High streets 'are being failed by planning law'

Government rejects claim by a new study that small businesses are being sacrificed to big out-of-town developments – in spite of Town Centre First policy

Laura Chesters
Sunday 08 December 2013 01:00
The low road: Small shops in town centres such as Dartford, Kent, are struggling
The low road: Small shops in town centres such as Dartford, Kent, are struggling

Britain's beleaguered high streets are still failing despite the Government's much-vaunted Town Centre First policy, which pledged to protect small independent shopkeepers from out-of-town shopping developments, new research claims.

The study found that more than three-quarters of new retail space approved since the national planning laws came into force last year have been located outside of town centres – exactly the opposite of what the legislation was created for. The study used a sample of 50 planning applications and found that of those approved more than 70 per cent were outside of town centres and 16 per cent were on the edge of towns.

The findings came as ministers and MPs from all parties yesterday took part in Small Business Saturday to mark the UK's first celebration of small firms. The 18-month long independent study was commissioned by a group of local shop organisations, including the Association of Convenience Stores, the Federation of Small Businesses, Town and Country Planning Association and the British Independent Retail Association. They have written to Eric Pickles MP, the Secretary of State for Communities and Local Government, calling for intervention to ensure that applications are blocked when they fail planning tests.

Mary Portas, the Government's retail tsar, who carried out a review for ministers on how to rejuvenate town centres and has been tasked with helping to turn struggling towns around, said: "We are still building out-of-town retail space at an alarming rate while many high streets have perfectly viable space available for new retail and other uses. If people hear about loggers ripping up the rain forest or developers building on green field sites, they get it. This is just as silly a use of space and we can do better. If we say Town Centre First, let's mean it."

Places where new shopping developments have left local high streets behind include Horfield, a suburb of Bristol, and Margate – which was chosen as a pilot town for Mary Portas's improvements.

James Lowman, the chief executive of Association of Convenience Stores, said: "This report paints a disturbing picture about planning decisions being driven by developers rather than local people. The planning framework is simply not being applied properly, as underresourced councils fail to get to grips with making coherent local plans and out-of-town developers fill their boots."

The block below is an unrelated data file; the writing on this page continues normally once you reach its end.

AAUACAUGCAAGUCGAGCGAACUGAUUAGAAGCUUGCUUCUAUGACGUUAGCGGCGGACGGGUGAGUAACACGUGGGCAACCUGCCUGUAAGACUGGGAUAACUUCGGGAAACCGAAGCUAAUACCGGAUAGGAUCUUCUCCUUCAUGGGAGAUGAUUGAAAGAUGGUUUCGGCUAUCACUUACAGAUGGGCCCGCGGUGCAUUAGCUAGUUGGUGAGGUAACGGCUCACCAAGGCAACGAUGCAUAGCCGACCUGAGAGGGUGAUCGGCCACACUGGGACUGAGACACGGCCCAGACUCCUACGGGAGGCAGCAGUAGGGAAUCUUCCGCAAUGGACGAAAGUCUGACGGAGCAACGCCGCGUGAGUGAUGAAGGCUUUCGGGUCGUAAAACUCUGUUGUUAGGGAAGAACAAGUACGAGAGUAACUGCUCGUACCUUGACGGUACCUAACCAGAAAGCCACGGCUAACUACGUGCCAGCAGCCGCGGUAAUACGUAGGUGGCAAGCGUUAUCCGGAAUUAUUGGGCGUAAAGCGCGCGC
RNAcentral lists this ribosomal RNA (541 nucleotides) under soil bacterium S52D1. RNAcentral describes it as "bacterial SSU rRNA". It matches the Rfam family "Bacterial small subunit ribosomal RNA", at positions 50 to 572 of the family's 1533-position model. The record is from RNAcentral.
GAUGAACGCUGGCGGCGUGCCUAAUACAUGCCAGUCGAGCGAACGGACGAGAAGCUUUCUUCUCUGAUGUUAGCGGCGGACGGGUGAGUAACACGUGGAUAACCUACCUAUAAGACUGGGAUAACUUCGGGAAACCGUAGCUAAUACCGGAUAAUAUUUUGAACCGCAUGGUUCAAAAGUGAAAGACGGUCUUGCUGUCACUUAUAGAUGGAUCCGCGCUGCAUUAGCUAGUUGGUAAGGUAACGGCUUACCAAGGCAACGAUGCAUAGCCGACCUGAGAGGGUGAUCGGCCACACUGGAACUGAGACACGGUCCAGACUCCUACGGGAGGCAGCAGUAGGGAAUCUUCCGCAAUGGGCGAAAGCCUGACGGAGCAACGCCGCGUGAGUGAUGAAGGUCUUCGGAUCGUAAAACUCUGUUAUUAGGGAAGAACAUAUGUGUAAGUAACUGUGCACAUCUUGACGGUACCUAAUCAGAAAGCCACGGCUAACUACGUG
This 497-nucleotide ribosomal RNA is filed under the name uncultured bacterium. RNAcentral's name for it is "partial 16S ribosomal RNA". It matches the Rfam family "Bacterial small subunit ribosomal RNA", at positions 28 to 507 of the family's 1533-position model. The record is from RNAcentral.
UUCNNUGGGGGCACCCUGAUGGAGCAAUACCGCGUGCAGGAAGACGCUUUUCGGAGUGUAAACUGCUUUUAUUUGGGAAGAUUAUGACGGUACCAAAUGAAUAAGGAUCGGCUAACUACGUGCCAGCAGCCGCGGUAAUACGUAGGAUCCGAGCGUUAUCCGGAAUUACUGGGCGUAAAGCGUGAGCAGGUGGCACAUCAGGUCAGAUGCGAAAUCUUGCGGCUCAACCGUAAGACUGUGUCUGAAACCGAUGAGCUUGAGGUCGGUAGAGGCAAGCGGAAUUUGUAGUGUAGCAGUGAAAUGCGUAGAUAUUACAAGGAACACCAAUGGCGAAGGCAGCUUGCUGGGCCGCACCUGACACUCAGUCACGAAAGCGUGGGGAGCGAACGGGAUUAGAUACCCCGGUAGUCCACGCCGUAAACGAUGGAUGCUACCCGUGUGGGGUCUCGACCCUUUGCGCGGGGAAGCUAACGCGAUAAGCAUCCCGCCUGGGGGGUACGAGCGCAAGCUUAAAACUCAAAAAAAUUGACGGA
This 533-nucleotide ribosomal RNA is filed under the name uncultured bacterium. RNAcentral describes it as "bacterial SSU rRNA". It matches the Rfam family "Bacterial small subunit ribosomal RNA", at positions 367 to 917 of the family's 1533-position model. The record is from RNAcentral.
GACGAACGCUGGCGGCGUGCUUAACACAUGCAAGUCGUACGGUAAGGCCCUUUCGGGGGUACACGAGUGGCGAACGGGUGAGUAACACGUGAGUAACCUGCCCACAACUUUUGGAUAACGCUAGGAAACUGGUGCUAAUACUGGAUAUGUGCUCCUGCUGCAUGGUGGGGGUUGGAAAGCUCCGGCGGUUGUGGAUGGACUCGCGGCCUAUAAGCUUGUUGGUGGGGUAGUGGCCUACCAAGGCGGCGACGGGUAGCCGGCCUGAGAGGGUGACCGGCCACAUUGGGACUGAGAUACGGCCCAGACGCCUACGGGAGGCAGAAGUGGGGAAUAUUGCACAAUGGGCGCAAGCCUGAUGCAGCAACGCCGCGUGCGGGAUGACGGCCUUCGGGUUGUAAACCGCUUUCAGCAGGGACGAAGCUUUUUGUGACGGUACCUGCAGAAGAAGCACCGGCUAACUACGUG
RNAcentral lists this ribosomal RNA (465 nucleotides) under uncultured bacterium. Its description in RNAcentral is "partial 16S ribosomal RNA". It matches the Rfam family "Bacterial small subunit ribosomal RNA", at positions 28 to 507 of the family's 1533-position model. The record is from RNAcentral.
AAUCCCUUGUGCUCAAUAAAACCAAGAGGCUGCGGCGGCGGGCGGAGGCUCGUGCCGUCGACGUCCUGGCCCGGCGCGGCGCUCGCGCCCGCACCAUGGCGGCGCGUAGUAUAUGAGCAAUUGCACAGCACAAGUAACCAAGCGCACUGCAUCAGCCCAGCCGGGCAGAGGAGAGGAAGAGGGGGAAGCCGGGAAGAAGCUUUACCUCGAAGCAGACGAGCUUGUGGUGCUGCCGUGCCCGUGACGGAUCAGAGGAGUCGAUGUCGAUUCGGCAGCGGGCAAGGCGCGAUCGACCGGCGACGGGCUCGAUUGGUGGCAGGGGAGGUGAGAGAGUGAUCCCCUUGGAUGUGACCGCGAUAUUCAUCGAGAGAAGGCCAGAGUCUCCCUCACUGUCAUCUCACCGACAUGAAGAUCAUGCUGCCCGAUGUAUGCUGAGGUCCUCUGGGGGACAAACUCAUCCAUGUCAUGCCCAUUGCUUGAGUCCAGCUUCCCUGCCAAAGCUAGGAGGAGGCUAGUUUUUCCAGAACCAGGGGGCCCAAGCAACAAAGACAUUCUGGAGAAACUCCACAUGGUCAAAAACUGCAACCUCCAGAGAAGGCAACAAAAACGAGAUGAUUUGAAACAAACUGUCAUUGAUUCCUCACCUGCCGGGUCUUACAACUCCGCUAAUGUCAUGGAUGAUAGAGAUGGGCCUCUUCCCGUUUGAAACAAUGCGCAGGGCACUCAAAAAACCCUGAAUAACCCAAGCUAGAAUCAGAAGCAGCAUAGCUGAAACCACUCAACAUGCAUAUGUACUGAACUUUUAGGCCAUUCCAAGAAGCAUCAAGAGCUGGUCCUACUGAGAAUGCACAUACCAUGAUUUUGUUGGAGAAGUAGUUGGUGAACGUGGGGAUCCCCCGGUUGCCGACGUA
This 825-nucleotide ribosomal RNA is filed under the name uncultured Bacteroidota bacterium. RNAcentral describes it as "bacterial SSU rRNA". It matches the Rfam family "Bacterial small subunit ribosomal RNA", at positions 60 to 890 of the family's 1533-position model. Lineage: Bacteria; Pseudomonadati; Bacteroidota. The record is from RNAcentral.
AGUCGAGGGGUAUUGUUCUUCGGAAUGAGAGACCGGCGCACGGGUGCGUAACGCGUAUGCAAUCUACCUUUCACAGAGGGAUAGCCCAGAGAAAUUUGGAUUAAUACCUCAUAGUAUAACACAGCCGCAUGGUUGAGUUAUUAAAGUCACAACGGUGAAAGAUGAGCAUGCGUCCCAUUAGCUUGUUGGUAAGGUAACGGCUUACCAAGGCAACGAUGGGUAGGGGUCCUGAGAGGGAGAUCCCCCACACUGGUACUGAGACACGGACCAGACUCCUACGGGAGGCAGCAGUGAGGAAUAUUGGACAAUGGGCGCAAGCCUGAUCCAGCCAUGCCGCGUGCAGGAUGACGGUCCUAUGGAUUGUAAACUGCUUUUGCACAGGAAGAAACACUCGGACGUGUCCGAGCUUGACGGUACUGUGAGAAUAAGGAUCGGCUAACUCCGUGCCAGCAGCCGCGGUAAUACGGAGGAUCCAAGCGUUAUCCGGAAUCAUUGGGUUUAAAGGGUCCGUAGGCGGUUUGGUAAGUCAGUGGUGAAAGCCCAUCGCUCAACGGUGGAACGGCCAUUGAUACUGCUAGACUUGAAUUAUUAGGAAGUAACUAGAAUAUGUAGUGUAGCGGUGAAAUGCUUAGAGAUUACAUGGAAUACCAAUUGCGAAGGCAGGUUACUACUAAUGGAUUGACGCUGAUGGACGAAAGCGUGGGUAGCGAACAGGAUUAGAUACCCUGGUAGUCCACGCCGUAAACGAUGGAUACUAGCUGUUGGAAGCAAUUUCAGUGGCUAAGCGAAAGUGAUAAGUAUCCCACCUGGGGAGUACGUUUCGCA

The planning survey took as a sample half the local planning authorities in England (excluding inner London); new shops accounted for more than 2 million square feet.

The Government defended its position on planning, and a spokesman from the Department for Communities and Local Government insisted the survey was "unrepresentative". "It does not reflect what is really happening across the country. Our national planning policy makes clear that town centres are the hearts of local communities, and that local councils should recognise this through adopting planning policies that support their vitality and viability. It sets out that all new town centre uses – which includes retail and leisure uses – should be located in existing town centres out of preference. It is also clear that where a proposal would have a likely significant adverse impact on town centres it should be refused.

"Our Town Centre First policy also asks local councils to proactively plan for vibrant and diverse town centres, engaging with business and communities in doing so."

In the Autumn Statement, the Government announced plans to cap business rates at 2 per cent, instead of linking them to inflation, but critics claim it is not enough to help small businesses. John Longworth, the director general of the British Chambers of Commerce, said the measures were "not strong enough to boost companies' cash flow and investment". He said the Chancellor should have been "bolder, freezing business rates entirely".

The Government also promised yesterday to spend £100m on faster broadband internet connections to boost local retailers. It was the latest in a package of measures it hopes will encourage spending in local shops, which are a major provider of private sector employment .

On Friday, Mr Pickles issued a £1bn "package of support for local shops" including plans to target parking issues. He said: "New tax breaks for shops and sensible changes to over-zealous parking rules will help make high streets more attractive to shoppers."

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